Moving quickly and safely depends on the adequacy of transport infrastructure to users travel needs. With the continuous increase in road traffic after the war, it was necessary to plan the development of road networks adapted to vehicles and traffic conditions. Unfortunately, this development was accompanied by an increase in the number of road accidents until 1972, although at a slower rate than the increase in traffic.
To curb this increase in accidents, road safety policies have gradually been put in place, including a dedicated infrastructure component.
- In the 1970s and 1980s, these policies focused on addressing concentrations of serious accidents and resulted in the virtual elimination of "black spots".
- From the 1990s onwards, these curative actions have been implemented over entire routes.
- In the 1990s and then 2000, the road safety policy changed because the relationship to roads, but also the use of infrastructures and their management, evolved. We refer to a "forgiving road" with devices that make up for driving errors, then a "calmed road" on which drivers adapt naturally their speed to the imperfect environment available, and more recently a "sharing of the road" with other users, in particular vulnerable ones.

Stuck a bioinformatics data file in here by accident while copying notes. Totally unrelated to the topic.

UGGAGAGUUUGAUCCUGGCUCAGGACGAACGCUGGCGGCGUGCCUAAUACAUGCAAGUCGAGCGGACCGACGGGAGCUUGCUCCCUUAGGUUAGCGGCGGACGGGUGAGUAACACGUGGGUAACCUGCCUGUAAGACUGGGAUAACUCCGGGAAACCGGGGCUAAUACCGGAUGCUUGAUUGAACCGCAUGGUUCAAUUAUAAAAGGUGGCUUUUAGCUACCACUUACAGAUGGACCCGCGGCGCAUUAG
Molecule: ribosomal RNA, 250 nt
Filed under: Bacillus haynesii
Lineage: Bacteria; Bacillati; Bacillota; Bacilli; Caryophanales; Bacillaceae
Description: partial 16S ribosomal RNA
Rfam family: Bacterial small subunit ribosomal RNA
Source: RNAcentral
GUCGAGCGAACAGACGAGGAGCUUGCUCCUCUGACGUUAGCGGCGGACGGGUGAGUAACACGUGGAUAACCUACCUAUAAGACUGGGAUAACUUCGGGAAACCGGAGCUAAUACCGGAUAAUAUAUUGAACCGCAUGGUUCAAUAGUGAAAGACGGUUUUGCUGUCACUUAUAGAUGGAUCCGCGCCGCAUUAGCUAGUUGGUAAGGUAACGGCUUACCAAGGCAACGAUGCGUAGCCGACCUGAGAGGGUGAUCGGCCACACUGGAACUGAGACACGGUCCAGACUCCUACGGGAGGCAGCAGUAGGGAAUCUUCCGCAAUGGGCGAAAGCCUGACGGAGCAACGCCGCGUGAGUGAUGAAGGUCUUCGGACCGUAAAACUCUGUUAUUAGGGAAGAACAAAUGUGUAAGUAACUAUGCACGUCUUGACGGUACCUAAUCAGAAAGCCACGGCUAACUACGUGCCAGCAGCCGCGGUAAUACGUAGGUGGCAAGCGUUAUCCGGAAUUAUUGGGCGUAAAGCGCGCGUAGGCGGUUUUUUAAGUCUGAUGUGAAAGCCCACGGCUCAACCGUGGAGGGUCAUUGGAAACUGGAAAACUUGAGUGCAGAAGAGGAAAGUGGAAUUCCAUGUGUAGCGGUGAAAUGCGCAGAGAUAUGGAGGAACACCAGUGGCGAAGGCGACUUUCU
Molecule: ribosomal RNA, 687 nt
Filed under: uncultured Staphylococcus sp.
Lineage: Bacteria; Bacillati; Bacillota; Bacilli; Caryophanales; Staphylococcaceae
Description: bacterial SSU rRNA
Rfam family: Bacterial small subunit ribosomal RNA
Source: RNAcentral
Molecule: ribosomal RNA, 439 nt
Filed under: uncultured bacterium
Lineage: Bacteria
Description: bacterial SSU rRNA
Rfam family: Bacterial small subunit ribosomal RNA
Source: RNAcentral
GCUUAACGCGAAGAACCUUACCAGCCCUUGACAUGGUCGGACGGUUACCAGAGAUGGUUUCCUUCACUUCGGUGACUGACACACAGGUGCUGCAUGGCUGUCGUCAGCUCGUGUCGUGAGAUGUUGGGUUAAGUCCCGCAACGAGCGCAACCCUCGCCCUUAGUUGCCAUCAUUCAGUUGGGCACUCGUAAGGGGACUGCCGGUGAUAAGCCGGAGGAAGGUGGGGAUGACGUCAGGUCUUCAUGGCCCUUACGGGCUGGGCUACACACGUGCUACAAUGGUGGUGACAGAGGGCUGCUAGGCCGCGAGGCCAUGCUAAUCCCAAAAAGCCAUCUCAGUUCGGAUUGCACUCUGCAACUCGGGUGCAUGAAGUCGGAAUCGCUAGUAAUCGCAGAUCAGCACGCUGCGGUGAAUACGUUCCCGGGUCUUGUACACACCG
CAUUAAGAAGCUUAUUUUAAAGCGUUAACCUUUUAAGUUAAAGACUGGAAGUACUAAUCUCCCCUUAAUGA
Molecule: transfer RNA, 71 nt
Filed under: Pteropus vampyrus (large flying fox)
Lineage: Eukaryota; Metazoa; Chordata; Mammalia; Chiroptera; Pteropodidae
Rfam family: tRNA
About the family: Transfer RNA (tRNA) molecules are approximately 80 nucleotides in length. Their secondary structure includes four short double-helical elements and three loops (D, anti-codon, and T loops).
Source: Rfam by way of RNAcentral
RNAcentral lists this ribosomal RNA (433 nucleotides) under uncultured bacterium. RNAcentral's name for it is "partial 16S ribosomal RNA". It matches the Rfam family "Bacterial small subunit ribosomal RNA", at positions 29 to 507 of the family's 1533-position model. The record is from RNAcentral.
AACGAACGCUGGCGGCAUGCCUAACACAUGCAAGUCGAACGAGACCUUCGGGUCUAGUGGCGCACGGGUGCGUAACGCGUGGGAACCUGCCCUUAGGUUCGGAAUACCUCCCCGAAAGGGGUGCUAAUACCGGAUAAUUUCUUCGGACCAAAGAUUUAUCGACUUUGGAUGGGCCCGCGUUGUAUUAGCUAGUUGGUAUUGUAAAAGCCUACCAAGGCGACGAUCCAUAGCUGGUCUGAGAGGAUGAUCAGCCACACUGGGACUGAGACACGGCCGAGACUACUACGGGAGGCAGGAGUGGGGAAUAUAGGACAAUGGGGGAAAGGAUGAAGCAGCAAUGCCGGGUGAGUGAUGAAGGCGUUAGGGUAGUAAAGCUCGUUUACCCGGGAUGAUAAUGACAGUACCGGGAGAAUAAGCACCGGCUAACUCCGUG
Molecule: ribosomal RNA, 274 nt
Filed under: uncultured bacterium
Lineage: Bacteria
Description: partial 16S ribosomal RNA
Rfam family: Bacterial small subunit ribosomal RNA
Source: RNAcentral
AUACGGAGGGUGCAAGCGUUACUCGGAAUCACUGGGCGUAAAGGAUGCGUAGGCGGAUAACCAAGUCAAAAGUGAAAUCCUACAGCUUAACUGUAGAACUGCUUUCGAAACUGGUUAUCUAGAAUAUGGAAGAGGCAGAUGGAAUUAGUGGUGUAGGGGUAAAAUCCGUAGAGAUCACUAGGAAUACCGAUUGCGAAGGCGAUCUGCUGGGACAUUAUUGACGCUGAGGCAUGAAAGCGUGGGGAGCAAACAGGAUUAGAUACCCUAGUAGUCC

In the 2000s, the concept of a peaceful road appeared, the design and operation of which encouraged moderation of behavior and the sharing of space. Limits to 70 km/h are occasionally implemented on interurban roads.
The 2020 guide to the SURE approach ("safety of users on existing roads") updates the initial method for better consideration of vulnerable users, by the State and by local authorities, but does not yet include the evaluation the inherent safety of the infrastructure in addition to the study of accidents, required by the new directive
To continue to make progress, it is necessary to study and deal with accident issues in different environments: highways, country roads, or urban areas, in conjunction with road managers. In 2021, 59% of road fatalities in France occur on roads outside urban areas that are not motorways, whereas this share is less than 47% in Europe, and therefore for many of our European neighbours.